Examining Soft Machines' Architecture: An Element of VISC to Improving IPCby Ian Cutress on February 12, 2016 8:00 AM EST
To put it succinctly, having a thread take resources from multiple cores - when the performance can be extracted - sounds like the long-desired solution to the problem making multi-core designs more useful in lightly-threaded scenarios. Having multiple threads use resources on a single core on the same clock cycle is an even bigger leap in the same direction. Now obviously Soft Machines didn’t come up with this overnight.
Soft Machines came out of stealth mode at the 2014 Linley Conference. Their main goal was to increase performance-per-watt using better IPC designs, which is often one of the better ways if you can keep a design fed with data. One big challenge to this is that IPC has been somewhat flat these past few years - we're seeing small sub-10% yearly increases from the big players using standard designs. Soft Machines were already six years old at the time, with $150M+ raised from investors that include Samsung Ventures, GlobalFoundries, AMD, Mubadala and others (with another $25M since). If those names all seem interlinked, it’s because they all have historic business or investment dealings with each other (AMD/GloFo, Samsung/GloFo, AMD/Mubadala etc.). The team at Soft Machines is 250+ strong, with ex Intel, ex Qualcomm, ex AMD engineers on staff from processor design to platform architects. Half the staff is currently located in California.
At the 2014 conference, aside from explaining what they were doing, Soft Machines also exhibited working silicon of their design. The first generation proof of concept was fabbed at 28nm at TSMC and running at 500 MHz.
It seems odd to say that it was done at TSMC, especially with Samsung and Global Foundries as investors. We were told that this was due to timing and positioning with IP more than anything else, and the same is true for the next generation at 16nm FF+, rather than 14nm.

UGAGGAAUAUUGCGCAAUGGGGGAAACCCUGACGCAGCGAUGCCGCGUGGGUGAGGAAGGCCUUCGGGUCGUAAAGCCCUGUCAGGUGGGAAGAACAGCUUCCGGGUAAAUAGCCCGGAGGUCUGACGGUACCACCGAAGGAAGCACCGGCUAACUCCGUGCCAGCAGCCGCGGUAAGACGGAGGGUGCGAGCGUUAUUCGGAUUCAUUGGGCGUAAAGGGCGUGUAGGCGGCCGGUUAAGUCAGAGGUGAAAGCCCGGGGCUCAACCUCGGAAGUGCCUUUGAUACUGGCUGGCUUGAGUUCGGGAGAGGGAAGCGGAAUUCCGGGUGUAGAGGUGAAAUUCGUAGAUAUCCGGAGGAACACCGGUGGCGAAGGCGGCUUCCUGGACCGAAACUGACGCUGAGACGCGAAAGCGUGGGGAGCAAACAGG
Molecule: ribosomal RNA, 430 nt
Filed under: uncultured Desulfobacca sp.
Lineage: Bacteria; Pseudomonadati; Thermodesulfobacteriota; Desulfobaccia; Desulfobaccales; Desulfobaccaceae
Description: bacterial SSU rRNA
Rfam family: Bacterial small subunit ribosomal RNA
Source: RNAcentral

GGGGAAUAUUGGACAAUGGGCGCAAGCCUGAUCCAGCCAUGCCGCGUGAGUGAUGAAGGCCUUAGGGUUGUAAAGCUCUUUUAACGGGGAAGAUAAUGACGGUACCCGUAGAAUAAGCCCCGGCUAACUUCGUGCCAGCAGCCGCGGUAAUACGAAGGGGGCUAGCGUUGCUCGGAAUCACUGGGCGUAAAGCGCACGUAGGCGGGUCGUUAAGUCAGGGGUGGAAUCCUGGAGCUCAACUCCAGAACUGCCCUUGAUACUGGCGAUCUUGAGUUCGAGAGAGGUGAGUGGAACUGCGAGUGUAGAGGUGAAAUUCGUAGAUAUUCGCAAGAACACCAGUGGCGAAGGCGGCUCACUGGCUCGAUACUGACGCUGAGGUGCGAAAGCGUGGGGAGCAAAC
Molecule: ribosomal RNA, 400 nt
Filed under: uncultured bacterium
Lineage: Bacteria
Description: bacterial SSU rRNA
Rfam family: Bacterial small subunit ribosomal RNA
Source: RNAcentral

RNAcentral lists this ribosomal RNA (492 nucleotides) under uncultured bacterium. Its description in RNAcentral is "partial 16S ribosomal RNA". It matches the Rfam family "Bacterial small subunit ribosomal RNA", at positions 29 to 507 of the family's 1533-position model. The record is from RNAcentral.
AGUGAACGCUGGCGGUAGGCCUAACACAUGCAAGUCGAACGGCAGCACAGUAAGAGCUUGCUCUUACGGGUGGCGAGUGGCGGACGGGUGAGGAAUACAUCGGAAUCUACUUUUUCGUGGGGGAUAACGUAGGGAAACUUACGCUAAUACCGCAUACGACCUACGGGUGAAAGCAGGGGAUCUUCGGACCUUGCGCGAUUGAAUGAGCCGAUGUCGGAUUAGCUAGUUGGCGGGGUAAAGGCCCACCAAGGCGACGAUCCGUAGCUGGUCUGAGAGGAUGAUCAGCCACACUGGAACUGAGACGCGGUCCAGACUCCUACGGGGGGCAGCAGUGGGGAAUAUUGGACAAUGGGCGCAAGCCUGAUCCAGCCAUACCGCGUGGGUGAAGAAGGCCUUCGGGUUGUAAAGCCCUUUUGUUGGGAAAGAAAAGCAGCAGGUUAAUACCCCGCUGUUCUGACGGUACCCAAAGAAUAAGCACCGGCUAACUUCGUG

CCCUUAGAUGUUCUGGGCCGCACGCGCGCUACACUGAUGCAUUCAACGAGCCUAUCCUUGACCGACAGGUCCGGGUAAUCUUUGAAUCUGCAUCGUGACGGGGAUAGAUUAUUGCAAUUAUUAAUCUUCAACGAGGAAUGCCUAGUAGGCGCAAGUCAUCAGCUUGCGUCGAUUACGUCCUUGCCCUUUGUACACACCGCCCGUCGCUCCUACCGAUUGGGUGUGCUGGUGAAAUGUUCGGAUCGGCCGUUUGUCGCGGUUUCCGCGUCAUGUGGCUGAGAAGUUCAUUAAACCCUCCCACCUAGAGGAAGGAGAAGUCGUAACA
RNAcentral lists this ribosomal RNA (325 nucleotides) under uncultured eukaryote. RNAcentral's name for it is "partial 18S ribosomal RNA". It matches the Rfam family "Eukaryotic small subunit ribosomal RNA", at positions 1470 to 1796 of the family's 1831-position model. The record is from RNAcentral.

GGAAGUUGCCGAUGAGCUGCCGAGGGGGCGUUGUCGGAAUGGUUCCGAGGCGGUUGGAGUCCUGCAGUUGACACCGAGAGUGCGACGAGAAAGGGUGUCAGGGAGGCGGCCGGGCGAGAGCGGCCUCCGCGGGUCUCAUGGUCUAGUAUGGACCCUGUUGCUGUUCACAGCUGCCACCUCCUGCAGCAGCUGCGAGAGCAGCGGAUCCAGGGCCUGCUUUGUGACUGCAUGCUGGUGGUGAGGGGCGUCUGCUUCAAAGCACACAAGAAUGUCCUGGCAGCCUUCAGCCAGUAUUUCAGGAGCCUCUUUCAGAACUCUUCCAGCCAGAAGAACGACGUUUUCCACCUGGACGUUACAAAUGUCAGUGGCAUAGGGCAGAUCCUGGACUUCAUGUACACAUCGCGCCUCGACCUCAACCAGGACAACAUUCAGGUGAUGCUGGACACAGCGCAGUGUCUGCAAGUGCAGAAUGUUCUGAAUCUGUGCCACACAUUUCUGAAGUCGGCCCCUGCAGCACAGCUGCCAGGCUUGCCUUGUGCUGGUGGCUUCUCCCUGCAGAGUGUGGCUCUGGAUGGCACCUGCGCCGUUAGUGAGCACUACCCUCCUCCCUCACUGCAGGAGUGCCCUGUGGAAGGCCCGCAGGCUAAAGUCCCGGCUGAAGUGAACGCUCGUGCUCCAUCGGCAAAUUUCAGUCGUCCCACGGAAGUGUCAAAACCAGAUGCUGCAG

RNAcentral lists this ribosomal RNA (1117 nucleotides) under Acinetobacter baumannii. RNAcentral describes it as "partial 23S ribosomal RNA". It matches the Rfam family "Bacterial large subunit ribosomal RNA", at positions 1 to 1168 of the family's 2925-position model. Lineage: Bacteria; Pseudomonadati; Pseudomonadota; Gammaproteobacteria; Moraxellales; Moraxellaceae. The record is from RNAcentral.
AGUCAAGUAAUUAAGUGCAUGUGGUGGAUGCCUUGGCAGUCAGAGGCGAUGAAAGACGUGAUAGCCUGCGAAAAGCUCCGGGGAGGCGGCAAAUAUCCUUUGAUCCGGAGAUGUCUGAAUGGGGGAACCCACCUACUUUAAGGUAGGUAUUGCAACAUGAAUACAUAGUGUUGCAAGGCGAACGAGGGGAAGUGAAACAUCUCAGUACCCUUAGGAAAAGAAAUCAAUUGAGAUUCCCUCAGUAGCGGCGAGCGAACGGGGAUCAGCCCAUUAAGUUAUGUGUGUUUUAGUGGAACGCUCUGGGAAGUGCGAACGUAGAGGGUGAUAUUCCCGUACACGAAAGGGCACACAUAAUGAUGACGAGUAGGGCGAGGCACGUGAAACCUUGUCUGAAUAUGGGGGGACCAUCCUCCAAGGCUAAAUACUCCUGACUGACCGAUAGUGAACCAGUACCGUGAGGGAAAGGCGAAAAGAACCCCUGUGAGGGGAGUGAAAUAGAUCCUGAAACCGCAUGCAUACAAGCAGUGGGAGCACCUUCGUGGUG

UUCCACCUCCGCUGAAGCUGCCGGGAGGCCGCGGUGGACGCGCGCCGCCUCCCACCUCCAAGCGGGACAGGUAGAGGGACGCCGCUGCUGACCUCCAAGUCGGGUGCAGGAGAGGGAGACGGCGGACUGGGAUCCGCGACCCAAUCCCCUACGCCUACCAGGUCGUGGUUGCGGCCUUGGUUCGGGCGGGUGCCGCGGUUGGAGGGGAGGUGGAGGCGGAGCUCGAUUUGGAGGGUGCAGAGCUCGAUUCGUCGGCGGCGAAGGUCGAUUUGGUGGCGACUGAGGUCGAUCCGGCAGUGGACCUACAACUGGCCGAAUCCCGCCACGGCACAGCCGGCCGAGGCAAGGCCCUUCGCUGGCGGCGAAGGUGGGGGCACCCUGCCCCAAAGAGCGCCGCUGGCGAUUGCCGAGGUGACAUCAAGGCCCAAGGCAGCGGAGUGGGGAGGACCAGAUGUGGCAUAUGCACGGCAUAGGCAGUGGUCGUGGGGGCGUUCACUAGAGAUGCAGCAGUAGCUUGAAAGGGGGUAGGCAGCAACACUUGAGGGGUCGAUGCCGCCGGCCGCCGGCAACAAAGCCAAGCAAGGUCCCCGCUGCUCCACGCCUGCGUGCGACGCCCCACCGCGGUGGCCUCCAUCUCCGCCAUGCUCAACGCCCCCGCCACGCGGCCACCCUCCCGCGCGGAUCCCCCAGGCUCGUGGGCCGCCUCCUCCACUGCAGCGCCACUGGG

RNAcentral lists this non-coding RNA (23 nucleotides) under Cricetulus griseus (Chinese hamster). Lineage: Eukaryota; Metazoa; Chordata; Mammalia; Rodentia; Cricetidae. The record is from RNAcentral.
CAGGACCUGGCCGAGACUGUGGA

VISC and Roadmaps
The first generation chip wasn’t perfect – there were some design flaws in silicon that required specific workarounds relating to cache flushing and various methods, but at the time it was compared to a single thread Cortex A15 running at a similar frequency in a Samsung processor. The results with SPEC2000, SPEC2006, Denbench and Kraken gave a corresponding IPC relative to A15 of 1.5x to 7x, or as Soft Machines likes to put it: 3-4x "on average." It was estimated that access to a second physical core improves performance by an average of 50-60%, or an average IPC of 1.3 per core compared to 0.71 for Cortex A15, which explains the 3-4x average.
The roadmap for Soft Machines put their second generation VISC core, Shasta, in line for 2016. It was formally announced at the 2015 Linley Conference, with this month’s announcement being more about availability for licensing on 16FF+. The Shasta core on this node is designed as a 2C/2VC design, or two of these can be put together using a custom protocol interconnect to form a dual 2C/2VC design.
The custom interconnect fabric here is capable of over 200 GB/s, although in current designs only a single interface is present, allowing only two chips to be connected.
The dual processor design is going to be part of the Mojave IP as a fully integrated SoC.
Along with the requisite VISC cores, the Mojave SoC includes PowerVR graphics, a DDR4 memory controller, virtualization management, a PCIe root complex capable of eight lanes of PCIe 3.0, USB ports, support for SATA, UFS, OpenCL 2.0 and other standards.
Looking forward, Soft Machines would like to see production move to 10nm in 2017 to take advantage of further power and area scaling. Meanwhile along that same timeframe they also want to expand the Shasta design to allow for four virtual cores per two physical cores, essentially allowing more threads to be in flight at one time and fully use the resources better. 2018 sees the move to four physical cores and eight virtual cores per design, while still supporting SMP and SoC designs as well.